Fetal alcohol syndrome disorder (FASD) is a syndrome affecting some children whose mothers consumed alcohol while pregnant. The effects of FASD are based on genetic predisposition, level of maternal alcohol consumption, fetal age during alcohol consumption and the over-all health of the mother and fetus. Psychologists have compared FASD with attention-deficit/ hyperactivity disorder (ADHD) and found that they differ in two major areas: motor skills and cognitive performance. Without recognizing differences and diagnosing the disorders correctly, doctors may allow symptoms to go untreated. These untreated symptoms may lead to secondary disabilities and result in incorrectly prescribed medications. With more research, doctors may not prescribe ADHD medication for children diagnosed with FASD because they may recognize differences between the disorders and understand how ADHD medication negatively affects them. An accurate diagnosis could lead to better use of ADHD medications as doctors may recognize differences between FASD and ADHD.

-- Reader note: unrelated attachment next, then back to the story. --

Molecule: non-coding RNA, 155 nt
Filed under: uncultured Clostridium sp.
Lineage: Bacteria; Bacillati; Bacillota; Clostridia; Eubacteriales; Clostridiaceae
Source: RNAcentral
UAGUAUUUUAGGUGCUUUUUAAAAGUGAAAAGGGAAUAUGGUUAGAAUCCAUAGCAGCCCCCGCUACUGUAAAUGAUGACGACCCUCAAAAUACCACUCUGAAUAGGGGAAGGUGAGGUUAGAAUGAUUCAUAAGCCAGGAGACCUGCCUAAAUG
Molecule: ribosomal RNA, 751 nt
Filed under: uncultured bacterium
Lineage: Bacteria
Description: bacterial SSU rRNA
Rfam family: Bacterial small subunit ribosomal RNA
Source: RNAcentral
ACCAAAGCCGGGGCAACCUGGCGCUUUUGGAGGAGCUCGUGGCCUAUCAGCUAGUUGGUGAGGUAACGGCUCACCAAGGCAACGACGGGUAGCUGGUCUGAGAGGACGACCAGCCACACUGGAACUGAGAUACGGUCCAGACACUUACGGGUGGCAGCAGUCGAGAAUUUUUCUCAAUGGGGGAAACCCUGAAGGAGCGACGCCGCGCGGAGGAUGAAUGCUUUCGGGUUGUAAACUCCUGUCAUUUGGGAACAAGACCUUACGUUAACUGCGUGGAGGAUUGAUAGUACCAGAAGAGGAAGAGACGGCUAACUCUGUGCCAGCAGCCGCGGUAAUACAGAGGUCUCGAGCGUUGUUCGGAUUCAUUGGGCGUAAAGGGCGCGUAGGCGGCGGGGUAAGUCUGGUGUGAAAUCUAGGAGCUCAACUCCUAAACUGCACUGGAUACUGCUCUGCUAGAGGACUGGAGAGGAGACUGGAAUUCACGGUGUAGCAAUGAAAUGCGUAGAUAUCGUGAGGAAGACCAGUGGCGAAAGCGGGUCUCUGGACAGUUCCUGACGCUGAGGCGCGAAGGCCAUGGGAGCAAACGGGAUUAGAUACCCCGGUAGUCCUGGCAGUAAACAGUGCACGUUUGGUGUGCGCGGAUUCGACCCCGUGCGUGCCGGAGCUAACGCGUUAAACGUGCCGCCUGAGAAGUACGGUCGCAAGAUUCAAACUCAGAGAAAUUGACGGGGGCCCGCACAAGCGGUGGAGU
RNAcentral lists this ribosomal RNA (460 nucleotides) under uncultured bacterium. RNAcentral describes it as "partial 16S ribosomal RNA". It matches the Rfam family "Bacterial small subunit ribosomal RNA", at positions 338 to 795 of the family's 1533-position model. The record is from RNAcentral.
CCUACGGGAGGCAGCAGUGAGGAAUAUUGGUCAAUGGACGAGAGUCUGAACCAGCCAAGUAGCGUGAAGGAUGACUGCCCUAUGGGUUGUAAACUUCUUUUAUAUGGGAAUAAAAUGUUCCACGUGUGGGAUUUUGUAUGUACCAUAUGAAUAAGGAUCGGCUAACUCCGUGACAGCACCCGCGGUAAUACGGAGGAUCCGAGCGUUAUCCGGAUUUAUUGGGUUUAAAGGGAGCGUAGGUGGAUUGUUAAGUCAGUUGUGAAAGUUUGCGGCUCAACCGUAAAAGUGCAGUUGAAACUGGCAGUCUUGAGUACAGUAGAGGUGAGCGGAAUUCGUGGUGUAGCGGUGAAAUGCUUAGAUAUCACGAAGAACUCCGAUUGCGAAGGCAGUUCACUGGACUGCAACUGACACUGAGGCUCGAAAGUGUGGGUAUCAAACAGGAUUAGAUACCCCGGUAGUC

"Differences in Disorders: Secondary Disabilities in the Diagnosis of ADHD and FASD,"
Intuition: The BYU Undergraduate Journal in Psychology: Vol. 12
, Article 6.
Available at: http://scholarsarchive.byu.edu/intuition/vol12/iss1/6